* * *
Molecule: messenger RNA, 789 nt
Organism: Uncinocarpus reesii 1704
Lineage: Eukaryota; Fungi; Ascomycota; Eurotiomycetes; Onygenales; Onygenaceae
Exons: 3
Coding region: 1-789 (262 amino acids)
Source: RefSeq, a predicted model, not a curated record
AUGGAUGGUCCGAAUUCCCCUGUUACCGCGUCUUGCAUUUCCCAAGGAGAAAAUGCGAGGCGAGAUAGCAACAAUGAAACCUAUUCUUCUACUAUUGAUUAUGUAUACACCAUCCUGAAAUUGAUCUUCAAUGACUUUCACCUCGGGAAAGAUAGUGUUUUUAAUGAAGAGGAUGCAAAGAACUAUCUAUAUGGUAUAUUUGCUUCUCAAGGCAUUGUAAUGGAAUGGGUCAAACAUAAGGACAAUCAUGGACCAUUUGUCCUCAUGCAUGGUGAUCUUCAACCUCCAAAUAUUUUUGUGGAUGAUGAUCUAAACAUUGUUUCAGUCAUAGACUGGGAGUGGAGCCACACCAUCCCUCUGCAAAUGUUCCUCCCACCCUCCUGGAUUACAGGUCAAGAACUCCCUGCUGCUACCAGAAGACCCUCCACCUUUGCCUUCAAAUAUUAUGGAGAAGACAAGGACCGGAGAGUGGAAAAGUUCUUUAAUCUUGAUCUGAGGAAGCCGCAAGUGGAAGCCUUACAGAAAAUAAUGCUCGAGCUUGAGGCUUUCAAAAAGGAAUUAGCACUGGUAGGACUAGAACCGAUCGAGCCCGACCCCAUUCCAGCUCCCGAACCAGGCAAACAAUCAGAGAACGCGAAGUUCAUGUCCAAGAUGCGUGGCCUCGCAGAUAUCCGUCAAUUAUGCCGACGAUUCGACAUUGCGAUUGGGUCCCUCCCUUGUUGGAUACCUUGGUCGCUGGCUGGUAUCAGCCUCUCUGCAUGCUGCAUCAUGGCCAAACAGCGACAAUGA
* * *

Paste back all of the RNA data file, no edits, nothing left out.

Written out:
Molecule: messenger RNA, 789 nt
Organism: Uncinocarpus reesii 1704
Lineage: Eukaryota; Fungi; Ascomycota; Eurotiomycetes; Onygenales; Onygenaceae
Exons: 3
Coding region: 1-789 (262 amino acids)
Source: RefSeq, a predicted model, not a curated record
AUGGAUGGUCCGAAUUCCCCUGUUACCGCGUCUUGCAUUUCCCAAGGAGAAAAUGCGAGGCGAGAUAGCAACAAUGAAACCUAUUCUUCUACUAUUGAUUAUGUAUACACCAUCCUGAAAUUGAUCUUCAAUGACUUUCACCUCGGGAAAGAUAGUGUUUUUAAUGAAGAGGAUGCAAAGAACUAUCUAUAUGGUAUAUUUGCUUCUCAAGGCAUUGUAAUGGAAUGGGUCAAACAUAAGGACAAUCAUGGACCAUUUGUCCUCAUGCAUGGUGAUCUUCAACCUCCAAAUAUUUUUGUGGAUGAUGAUCUAAACAUUGUUUCAGUCAUAGACUGGGAGUGGAGCCACACCAUCCCUCUGCAAAUGUUCCUCCCACCCUCCUGGAUUACAGGUCAAGAACUCCCUGCUGCUACCAGAAGACCCUCCACCUUUGCCUUCAAAUAUUAUGGAGAAGACAAGGACCGGAGAGUGGAAAAGUUCUUUAAUCUUGAUCUGAGGAAGCCGCAAGUGGAAGCCUUACAGAAAAUAAUGCUCGAGCUUGAGGCUUUCAAAAAGGAAUUAGCACUGGUAGGACUAGAACCGAUCGAGCCCGACCCCAUUCCAGCUCCCGAACCAGGCAAACAAUCAGAGAACGCGAAGUUCAUGUCCAAGAUGCGUGGCCUCGCAGAUAUCCGUCAAUUAUGCCGACGAUUCGACAUUGCGAUUGGGUCCCUCCCUUGUUGGAUACCUUGGUCGCUGGCUGGUAUCAGCCUCUCUGCAUGCUGCAUCAUGGCCAAACAGCGACAAUGA